22 Aug 2018

Support for beleaguered Black Sticks coach grows

6:00 pm on 22 August 2018

Seven former international hockey players with nearly 900 test caps between them have come out in support of beleaguered Black Sticks women's coach Mark Hager

The group has sent an open letter dismissing suggestions of a negative environment within the Black Sticks high performance programme which has led to a review.

It was revealed last week that the Black Sticks coach mistakenly sent an email criticising several players to the entire playing squad, which subsequently led to cricticism of Hager's methods.

Former internationals Katie Glynn, Krystal Forgesson, Emily Gaddum, Bianca Russell, Anna Alexander, Lucy Talbot and Laura Douglas have all signed the letter.

Krystal Forgesson is one of seven players who have come in out in support of Hager.

Krystal Forgesson is one of seven players who have come in out in support of Hager. Photo: Photosport Ltd © www.photosport.co.nz 2014

In the letter the players write "we strongly refute recent allegations around a 'negative environment' within the Black Sticks programme, Mark Hager's 'mistreatment' of players, 'bullying' or playing 'mind games'.

"In 2008, the Black Sticks Women finished last at the Beijing Olympics, lost all funding, and dropped to 13th in the world. Mark took over following this result and has been at the helm ever since.

"The environment was tough and players had to make many sacrifices to be part of it but for us it was not a sacrifice, it was a choice, and we all committed.

"To become a better team, to climb up the rankings and compete with the best in the world we needed to work harder than we had ever done before.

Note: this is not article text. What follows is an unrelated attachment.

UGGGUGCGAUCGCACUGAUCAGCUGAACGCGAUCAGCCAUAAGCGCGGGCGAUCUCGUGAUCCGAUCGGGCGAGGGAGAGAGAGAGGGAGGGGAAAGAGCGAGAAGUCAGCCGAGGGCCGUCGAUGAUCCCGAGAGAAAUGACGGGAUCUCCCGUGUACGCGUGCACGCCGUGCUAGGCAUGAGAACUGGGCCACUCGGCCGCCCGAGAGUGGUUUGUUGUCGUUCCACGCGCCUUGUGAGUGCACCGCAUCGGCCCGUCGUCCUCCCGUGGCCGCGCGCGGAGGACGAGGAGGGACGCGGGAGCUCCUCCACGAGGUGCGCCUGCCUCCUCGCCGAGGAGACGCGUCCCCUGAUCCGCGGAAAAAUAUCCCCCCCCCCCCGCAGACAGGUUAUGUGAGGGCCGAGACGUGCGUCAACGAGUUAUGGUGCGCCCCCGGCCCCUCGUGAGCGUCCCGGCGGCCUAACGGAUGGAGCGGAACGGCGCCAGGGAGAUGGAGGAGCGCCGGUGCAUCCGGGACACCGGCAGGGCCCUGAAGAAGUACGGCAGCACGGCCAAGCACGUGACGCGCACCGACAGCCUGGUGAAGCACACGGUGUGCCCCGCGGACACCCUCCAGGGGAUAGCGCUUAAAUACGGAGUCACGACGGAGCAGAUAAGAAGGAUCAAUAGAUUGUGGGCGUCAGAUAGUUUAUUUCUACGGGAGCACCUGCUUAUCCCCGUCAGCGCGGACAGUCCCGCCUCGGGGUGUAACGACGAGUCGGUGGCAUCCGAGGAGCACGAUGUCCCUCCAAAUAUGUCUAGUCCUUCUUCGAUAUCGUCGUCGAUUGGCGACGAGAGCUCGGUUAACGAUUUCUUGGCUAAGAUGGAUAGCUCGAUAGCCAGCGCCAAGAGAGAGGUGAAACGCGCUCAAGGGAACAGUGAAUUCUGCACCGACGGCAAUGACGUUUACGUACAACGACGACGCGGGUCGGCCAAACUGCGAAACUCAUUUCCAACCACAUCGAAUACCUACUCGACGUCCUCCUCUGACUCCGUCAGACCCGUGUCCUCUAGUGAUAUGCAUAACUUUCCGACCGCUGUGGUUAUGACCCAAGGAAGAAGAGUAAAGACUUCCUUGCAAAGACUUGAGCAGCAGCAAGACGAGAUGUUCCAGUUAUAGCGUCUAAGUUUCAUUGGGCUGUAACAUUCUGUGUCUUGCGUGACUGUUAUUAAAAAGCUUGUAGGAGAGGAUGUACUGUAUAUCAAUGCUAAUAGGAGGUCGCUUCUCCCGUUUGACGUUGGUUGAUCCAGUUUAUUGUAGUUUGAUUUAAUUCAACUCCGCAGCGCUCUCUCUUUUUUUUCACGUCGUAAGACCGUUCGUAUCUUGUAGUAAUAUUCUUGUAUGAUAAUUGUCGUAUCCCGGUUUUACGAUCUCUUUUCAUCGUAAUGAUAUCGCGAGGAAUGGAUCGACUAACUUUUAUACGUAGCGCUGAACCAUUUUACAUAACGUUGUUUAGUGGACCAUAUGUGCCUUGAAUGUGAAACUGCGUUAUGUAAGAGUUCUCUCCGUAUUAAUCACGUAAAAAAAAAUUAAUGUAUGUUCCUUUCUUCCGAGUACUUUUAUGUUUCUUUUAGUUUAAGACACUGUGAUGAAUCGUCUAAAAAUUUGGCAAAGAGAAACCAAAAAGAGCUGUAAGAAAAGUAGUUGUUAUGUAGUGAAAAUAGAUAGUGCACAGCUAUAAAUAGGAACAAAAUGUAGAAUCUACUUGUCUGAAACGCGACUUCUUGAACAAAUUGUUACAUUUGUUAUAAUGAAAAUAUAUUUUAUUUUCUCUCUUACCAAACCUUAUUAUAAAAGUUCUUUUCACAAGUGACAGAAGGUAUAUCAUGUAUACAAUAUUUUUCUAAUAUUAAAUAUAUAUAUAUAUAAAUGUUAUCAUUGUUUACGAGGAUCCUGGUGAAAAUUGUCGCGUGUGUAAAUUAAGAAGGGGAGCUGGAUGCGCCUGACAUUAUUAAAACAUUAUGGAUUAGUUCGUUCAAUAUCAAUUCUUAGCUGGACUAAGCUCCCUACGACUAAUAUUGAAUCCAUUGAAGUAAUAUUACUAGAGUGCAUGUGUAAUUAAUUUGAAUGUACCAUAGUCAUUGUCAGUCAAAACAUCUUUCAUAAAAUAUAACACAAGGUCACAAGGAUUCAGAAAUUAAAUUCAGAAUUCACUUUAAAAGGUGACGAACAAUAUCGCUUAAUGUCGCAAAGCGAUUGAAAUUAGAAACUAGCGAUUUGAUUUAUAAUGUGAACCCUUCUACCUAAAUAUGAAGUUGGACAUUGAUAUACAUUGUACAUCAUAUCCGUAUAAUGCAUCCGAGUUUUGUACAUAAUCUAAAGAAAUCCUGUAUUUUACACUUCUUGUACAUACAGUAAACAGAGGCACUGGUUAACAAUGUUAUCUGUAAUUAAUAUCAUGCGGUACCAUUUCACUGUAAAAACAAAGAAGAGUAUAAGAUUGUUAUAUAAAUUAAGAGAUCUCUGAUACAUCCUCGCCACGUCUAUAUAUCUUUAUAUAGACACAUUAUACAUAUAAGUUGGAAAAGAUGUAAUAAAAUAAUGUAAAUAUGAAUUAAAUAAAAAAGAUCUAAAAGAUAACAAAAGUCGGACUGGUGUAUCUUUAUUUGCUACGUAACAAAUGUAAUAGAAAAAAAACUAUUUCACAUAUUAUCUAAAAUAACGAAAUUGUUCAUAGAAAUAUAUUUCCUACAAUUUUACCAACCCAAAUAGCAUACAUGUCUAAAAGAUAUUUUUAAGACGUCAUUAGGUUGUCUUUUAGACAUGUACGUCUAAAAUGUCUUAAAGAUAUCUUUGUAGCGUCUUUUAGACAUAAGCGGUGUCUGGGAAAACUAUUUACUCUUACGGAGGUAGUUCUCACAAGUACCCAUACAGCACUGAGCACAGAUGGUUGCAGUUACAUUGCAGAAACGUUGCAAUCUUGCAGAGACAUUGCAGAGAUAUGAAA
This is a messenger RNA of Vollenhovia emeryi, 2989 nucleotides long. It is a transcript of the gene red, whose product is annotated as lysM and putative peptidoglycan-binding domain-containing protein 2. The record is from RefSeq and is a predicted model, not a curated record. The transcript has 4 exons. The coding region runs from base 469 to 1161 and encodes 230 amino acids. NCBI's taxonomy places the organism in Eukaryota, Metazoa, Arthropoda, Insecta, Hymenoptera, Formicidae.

"Mark is a person of high integrity and has always created a high-pressure training environment designed to challenge players physically and mentally. Mark never allows the group to become complacent and he always has every player in the squad pushing and challenging for selection," the letter said.

"Through Mark's high expectations and low tolerance of complacency, this became ingrained in us as individuals and we were constantly striving for better performances and demanding more of ourselves in both trainings and in games - this essentially led us to being successful, strong and resilient as a group. These high expectations and constant goals to get better have essentially helped us all immensely in life after sport."

Mark Hager at the Four Nations tournament in Germany in June.

Mark Hager at the Four Nations tournament in Germany in June. Photo: Photosport

"We always had a positive and supportive team environment amongst players and our coaching staff. We did not feel bullied, mistreated, or that Mark was playing mind games with us.

"We always had a strong player leadership group and if we ever had any issues as players with the environment or anything else we could go to them with our concerns and they would address it with the coaching staff.

"We also had a strong group of support staff including team psychologists to help us learn and grow in our environment. The team of staff worked together as a collective to build a strong and successful programme and guided us through that.

"Everyone in a team is accountable for the environment, players inclusive. There were always many different ways you could speak up and voice your concerns if you had any, and these concerns were addressed and resolved as a group."

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